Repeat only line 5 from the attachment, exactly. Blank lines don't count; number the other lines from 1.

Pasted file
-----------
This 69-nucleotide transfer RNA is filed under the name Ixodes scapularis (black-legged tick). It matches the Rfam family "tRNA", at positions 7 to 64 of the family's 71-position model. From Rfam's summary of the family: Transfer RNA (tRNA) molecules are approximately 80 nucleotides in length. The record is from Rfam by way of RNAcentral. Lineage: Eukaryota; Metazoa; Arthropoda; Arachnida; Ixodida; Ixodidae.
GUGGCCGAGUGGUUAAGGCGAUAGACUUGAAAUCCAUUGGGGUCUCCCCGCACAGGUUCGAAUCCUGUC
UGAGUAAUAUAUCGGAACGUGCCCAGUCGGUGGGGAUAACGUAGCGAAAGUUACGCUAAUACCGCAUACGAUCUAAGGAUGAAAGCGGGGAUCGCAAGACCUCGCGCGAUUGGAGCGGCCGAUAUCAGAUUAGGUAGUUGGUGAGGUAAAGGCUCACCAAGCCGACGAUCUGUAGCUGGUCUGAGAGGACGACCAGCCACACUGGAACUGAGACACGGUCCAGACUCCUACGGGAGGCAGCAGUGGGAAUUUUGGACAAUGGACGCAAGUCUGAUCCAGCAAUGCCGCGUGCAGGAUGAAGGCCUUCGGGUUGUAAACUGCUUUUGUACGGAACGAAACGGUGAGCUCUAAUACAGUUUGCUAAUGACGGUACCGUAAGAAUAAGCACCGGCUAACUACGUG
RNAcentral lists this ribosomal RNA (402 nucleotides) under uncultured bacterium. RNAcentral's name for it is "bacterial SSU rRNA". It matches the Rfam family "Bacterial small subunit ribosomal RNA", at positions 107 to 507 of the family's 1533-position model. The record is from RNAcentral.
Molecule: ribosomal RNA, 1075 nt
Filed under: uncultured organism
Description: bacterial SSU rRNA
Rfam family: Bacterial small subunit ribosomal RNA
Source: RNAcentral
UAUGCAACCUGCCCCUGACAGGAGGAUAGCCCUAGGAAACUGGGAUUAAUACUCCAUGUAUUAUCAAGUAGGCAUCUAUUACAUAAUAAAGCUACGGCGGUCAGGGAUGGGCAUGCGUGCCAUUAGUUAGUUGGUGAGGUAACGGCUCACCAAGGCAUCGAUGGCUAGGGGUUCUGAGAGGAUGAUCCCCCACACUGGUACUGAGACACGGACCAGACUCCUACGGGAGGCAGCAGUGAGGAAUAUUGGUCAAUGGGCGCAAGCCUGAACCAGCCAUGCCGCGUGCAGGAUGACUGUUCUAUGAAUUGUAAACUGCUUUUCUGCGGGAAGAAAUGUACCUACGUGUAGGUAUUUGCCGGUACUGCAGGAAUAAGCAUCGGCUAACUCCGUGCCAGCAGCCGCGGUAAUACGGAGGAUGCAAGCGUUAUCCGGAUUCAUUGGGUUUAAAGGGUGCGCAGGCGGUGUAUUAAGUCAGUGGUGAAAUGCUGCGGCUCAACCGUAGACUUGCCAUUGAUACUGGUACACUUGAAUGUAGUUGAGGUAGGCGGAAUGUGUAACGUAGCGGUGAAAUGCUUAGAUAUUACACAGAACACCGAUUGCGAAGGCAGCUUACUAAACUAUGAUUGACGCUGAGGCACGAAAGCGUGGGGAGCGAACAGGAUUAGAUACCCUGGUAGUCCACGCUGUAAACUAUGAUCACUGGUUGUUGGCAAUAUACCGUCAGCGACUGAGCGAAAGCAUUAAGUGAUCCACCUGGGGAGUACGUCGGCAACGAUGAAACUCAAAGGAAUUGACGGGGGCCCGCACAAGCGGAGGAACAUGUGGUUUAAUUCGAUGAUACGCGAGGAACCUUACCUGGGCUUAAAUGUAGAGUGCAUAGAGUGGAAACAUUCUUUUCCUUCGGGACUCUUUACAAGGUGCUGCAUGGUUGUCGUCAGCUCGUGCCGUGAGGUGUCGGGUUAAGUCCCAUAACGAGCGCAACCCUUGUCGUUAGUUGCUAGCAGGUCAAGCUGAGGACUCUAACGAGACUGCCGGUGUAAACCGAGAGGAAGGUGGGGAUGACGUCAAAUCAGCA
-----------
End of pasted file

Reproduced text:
Molecule: ribosomal RNA, 1075 nt